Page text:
“You would never go for two in any other situation,” Kubiak explained after the game, “but where we were physically today. I had to get them to next week.”

Defensive coordinator Wade Phillips, who missed the Carolina and Indianapolis losses while recovering from surgery, worked from the press box Sunday. “It was good for the staff and everybody to have Wade back,” Kubiak said.

The Texans found out at the end of the game that they would be playing the Cincinnati Bengals Saturday at 3:30 p.m. in Reliant Stadium in the first playoff game in the franchise’s history.

This would be sort of a re-match of the Dec. 11 game in Cincinnati when Yates drove the Texans to a last-second touchdown for a 20-19 victory that secured the AFC South Division title for Houston.

Kubiak told the team after the game, “Guys, whatever disappointment you have, I’ve got it. It’s mine. You should not be disappointed. We wanted to win the game, but we played a lot of people.

“Now we’ve got a big game for this city and our team, and they deserve to be as healthy as they can be going into a game that’s huge for everybody. They (Bengals) are a lot like us. They’ve been playing a young quarterback (Andy Dalton). They run the ball well, and they play good defense. I think it’s going to be a heck of a battle,” Kubiak concluded.

The early line out of Las Vegas has the Texans (10-6) favored by three points over Cincinnati (9-7). The later game Saturday pits Detroit (10-6) at New Orleans (13-3) at 7 p.m. with the Saints favored by 10 points. Both games will be televised on NBC (Channel 11 on Time Warner Cable).

On Sunday at noon Atlanta (10-6) visits the New York Giants (9-7), who are favored over the Falcons by 3 ½ points. The second game features Pittsburgh (12-4) at Denver (8-8) at 3:30 p.m. with the Steelers favored by 7 ½ points. The Atlanta-New York game was be viewed on FOX while the Atlanta-Pittsburgh contest will be shown on CBS.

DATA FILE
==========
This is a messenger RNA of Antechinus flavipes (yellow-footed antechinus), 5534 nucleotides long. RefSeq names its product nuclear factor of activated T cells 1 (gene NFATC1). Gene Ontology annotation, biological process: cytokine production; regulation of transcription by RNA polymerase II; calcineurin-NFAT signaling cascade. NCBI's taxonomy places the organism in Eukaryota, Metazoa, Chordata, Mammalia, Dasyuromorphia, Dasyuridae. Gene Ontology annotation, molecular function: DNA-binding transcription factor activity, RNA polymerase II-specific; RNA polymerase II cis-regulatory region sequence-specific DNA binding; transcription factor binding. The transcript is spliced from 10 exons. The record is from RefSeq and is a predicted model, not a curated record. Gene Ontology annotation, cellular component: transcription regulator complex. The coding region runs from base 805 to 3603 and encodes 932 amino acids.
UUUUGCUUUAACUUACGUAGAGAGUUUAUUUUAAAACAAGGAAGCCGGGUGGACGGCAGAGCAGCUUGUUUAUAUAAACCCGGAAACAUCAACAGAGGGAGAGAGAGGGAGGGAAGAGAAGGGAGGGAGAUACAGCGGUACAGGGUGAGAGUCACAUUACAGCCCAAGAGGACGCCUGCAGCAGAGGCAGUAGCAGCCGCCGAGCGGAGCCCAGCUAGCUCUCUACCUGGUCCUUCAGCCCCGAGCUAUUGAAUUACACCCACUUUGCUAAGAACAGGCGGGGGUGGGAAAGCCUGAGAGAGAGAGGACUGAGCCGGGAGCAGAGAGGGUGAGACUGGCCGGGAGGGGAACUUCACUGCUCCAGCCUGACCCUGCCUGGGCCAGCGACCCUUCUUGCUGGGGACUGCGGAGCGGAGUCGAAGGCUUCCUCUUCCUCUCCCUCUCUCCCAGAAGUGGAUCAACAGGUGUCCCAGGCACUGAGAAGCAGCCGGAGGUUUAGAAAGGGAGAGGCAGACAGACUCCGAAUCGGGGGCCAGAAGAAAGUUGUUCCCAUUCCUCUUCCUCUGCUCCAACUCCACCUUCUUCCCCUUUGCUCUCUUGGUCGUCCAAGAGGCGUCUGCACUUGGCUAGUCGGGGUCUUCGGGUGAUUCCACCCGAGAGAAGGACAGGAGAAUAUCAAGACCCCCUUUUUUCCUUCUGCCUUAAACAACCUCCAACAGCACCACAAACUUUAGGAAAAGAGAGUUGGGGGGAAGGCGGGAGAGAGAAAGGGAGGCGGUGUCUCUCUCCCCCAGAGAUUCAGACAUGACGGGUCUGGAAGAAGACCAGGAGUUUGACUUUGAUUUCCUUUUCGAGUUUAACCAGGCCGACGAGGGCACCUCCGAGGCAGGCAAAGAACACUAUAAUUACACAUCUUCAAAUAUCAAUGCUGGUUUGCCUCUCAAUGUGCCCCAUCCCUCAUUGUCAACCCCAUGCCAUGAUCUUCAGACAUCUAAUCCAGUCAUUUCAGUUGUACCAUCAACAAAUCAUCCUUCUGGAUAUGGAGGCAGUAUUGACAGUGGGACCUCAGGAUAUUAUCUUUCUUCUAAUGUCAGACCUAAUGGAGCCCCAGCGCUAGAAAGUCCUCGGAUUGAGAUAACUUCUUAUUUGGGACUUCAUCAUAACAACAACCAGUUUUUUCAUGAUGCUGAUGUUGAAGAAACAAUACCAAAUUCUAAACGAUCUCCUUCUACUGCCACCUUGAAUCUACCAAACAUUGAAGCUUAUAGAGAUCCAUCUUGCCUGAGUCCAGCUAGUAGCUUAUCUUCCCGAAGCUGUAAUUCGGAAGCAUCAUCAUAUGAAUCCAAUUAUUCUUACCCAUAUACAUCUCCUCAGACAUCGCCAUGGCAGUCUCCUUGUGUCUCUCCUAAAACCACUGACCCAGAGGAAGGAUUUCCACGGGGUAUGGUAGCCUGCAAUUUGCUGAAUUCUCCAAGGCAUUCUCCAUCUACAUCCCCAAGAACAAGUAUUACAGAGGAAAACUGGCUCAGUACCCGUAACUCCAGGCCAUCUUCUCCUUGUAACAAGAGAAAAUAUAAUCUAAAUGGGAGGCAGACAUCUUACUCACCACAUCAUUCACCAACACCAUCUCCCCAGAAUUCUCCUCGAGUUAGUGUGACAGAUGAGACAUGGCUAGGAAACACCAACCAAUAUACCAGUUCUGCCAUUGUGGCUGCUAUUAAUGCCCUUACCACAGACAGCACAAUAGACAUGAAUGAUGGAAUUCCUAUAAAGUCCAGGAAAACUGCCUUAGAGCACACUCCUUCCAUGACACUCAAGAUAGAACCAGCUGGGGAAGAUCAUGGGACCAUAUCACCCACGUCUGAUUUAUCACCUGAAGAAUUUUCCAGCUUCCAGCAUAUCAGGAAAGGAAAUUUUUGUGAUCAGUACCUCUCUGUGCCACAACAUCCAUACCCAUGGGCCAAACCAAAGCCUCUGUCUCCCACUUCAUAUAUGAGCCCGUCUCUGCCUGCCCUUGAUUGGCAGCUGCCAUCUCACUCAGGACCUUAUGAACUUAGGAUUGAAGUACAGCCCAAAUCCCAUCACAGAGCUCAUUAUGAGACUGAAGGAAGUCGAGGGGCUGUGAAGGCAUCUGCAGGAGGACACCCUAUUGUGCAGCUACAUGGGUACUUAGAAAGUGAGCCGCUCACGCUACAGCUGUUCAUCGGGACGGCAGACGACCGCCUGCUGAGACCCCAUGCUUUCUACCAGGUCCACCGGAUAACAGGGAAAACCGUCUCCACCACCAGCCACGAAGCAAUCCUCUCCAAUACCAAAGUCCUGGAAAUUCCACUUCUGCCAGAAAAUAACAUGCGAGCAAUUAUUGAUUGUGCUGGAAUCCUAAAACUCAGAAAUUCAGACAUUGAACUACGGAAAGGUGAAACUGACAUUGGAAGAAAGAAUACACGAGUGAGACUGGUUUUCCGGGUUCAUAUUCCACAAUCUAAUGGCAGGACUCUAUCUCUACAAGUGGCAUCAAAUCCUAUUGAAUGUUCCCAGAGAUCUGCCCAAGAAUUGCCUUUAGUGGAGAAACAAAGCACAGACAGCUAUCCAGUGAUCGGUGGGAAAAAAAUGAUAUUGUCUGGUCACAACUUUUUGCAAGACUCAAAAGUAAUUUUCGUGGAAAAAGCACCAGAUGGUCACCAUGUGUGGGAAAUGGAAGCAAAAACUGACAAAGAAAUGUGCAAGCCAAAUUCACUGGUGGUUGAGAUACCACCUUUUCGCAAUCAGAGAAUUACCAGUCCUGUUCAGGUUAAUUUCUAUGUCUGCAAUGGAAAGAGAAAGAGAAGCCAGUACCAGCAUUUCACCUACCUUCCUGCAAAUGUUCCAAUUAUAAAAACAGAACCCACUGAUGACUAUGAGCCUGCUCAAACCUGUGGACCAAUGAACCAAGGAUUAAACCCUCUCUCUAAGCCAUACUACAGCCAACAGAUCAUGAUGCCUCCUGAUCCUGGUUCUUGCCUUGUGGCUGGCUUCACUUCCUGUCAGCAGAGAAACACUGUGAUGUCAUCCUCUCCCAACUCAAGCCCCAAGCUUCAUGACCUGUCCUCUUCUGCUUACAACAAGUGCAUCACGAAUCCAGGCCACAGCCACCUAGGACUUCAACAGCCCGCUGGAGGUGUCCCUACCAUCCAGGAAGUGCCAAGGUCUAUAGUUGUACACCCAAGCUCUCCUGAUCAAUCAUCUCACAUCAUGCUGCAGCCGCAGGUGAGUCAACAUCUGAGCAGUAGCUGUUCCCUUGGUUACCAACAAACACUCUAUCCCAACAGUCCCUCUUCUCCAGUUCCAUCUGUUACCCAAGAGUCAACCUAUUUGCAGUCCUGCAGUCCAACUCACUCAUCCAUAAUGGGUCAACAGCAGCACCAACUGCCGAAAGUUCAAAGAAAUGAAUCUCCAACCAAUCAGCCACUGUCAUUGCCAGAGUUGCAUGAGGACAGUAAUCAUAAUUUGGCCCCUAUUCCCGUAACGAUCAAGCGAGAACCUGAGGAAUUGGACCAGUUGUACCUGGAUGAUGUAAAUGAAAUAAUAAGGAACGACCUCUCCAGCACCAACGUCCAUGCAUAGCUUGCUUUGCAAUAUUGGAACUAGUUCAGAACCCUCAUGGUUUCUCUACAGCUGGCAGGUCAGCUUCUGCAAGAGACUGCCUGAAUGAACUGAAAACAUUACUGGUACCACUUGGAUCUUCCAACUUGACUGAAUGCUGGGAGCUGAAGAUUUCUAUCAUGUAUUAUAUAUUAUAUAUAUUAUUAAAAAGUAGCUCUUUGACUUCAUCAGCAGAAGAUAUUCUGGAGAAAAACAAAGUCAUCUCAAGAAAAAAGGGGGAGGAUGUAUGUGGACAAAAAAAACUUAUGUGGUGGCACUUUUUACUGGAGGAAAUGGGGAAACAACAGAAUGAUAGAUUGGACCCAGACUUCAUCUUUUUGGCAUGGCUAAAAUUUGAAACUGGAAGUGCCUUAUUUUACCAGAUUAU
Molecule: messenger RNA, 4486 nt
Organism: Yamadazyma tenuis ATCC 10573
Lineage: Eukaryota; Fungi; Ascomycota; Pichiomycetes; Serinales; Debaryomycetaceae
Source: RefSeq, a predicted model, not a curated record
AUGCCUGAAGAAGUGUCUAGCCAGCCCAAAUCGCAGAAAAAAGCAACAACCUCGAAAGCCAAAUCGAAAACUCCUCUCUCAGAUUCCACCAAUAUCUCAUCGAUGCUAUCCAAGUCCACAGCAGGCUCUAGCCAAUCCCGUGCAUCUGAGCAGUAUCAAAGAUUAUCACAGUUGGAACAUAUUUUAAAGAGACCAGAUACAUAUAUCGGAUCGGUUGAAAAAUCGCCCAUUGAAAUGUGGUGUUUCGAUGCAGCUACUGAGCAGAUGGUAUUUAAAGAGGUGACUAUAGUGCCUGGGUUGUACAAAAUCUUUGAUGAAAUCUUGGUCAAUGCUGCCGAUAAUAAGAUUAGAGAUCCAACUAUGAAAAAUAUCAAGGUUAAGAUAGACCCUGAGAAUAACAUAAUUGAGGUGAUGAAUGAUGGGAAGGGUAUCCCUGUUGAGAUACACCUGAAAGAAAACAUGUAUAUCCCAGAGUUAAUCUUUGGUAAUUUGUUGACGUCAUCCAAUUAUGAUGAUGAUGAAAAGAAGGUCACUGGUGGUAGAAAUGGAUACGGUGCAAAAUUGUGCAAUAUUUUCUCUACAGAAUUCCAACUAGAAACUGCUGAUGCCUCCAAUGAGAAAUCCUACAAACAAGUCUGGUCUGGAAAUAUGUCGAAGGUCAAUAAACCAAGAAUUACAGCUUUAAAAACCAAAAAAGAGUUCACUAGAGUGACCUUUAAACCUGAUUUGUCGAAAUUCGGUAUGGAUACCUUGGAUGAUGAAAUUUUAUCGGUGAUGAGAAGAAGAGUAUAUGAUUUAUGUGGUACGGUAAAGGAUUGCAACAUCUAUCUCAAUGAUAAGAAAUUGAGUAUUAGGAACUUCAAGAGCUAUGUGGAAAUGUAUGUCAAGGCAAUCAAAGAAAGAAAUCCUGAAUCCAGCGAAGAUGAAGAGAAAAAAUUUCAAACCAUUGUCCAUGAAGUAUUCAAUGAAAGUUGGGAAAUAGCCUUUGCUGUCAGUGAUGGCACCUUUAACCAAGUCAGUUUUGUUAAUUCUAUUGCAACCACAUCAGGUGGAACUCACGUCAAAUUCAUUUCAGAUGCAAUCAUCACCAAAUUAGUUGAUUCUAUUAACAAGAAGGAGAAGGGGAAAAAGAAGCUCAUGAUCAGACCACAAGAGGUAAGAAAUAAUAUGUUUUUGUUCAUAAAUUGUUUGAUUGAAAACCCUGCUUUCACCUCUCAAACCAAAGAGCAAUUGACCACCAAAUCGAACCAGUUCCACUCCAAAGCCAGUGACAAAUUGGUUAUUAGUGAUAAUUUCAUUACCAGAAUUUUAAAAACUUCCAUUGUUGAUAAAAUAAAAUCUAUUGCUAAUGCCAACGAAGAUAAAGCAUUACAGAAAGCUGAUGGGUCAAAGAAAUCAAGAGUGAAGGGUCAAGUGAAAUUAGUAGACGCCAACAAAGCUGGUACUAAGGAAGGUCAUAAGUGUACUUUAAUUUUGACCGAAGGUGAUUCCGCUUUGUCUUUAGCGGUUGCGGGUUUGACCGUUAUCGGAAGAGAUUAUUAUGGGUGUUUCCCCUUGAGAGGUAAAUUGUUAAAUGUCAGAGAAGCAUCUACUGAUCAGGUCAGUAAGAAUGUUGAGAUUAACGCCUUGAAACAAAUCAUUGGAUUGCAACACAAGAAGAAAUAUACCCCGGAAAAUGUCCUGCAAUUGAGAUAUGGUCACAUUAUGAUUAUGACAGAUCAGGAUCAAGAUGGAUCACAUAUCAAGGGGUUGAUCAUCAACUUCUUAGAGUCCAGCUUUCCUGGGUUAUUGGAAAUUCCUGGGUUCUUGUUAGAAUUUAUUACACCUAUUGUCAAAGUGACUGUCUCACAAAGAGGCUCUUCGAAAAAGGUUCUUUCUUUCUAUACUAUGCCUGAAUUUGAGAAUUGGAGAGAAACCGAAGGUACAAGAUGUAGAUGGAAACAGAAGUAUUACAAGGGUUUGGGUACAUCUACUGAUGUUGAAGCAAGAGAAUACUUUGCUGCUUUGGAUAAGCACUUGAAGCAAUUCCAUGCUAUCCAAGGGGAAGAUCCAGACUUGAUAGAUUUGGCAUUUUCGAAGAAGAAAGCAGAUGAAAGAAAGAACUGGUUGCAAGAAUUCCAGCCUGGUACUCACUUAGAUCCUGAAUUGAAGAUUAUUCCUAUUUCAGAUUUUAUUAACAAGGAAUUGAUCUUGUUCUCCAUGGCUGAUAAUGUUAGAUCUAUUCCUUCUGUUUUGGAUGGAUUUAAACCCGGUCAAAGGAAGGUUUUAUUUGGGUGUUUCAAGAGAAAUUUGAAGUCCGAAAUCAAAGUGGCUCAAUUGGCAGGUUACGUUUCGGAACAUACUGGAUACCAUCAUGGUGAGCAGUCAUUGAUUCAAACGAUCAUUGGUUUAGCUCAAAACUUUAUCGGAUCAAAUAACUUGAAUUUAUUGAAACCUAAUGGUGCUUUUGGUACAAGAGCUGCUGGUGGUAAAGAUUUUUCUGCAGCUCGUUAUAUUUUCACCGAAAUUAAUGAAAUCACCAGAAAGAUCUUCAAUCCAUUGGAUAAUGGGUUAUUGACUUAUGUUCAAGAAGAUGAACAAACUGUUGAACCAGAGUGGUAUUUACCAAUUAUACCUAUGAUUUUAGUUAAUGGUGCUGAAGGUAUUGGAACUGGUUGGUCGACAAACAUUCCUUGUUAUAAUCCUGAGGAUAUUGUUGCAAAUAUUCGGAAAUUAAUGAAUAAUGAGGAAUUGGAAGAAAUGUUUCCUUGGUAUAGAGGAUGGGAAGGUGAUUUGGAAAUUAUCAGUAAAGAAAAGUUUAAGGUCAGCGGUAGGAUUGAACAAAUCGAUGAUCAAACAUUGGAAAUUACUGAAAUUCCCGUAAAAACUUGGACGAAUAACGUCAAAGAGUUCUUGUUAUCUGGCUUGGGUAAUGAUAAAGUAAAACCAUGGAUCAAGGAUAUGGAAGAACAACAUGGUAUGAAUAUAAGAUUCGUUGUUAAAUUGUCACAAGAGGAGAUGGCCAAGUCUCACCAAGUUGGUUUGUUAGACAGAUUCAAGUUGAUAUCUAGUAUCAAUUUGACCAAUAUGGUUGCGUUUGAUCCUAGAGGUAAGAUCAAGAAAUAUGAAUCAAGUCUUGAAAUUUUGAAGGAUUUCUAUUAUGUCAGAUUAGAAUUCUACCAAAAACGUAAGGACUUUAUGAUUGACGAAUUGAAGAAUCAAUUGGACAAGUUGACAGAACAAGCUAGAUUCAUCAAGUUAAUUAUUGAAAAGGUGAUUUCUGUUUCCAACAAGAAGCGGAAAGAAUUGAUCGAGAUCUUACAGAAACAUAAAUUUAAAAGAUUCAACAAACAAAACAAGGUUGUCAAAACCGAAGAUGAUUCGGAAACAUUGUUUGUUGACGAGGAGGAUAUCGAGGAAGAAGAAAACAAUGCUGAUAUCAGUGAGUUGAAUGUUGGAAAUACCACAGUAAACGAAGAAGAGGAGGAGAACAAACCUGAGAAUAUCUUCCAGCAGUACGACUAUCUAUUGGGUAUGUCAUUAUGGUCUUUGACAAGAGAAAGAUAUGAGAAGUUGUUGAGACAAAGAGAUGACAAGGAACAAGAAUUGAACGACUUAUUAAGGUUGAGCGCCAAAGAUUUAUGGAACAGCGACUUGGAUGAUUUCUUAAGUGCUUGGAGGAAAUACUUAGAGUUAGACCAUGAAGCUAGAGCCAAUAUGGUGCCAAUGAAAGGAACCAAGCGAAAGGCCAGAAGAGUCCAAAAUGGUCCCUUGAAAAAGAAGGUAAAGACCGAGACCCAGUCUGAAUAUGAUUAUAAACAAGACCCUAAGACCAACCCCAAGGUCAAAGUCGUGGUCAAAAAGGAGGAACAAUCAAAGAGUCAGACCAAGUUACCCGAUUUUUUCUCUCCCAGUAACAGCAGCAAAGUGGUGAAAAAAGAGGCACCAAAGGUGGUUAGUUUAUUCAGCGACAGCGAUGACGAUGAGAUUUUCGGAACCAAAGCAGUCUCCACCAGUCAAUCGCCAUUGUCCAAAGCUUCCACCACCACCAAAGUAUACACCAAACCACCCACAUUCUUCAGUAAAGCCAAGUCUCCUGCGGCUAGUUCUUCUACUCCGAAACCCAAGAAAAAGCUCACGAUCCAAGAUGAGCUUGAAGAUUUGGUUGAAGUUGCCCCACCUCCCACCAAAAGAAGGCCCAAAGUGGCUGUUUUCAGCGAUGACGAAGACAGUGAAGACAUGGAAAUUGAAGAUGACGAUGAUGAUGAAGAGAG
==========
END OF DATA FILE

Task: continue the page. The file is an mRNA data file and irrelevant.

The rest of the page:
The two AFC teams earning first-round byes are the New England Patriots (13-3) and the Baltimore Ravens (12-4) while the Green Bay Packers (15-1) and the San Francisco 49ers (13-3) have byes for the NFC.

KWICKIES…It looks like my alma mater, McNeese State, will be part of history being made this fall. The Texas Aggies open their 2012 season as a new member of the Southeastern Conference against the McNeese Cowboys on Sept. 1 at Kyle Field. The Aggies still are looking for two other non-conference opponents for next season—preferably a couple of weak sisters—so they will have a better chance to have a .500 season in 2012.

And speaking of the SEC, this year’s national champion will be the sixth straight to come from that elite conference when undefeated LSU meets Alabama in a rematch of their regular-season match-up that was won by the Tigers 9-6. I look for a bit more scoring in Monday night’s game and wouldn’t be surprised if the Crimson Tide comes out on top of this one like 20-16.

In bowl action through Monday, Texas schools have won all five bowl games, so far. TCU beat Louisiana Tech 31-24 in the Poinsettia Bowl, the Texas Longhorns downed California 21-10 in the Holiday Bowl, Baylor outlasted Washington 67-56 in the Alamo Bowl, the Texas Aggies hung on for a 33-22 win over Northwestern in the Meineke Bowl and Houston steamrolled Penn State 30-14 in the Ticket City Bowl Monday.

JUST BETWEEN US…After being the first Seattle Seahawks’ player since 2008 to be named to the starting All-Pro team, Orange native Earl Thomas fielded questions at the Seahawks’ press conference last week. Earl said he was pleased that he was chosen by his peers and the fans but he credited his teammates for doing their jobs so well that enabled him to play his free safety position at that high level. He thought that his lower number of interceptions (2) from his rookie year (5) might hurt his chances of making the elite team, but Head Coach Pete Carroll said his overall defensive team play improved immensely over last season.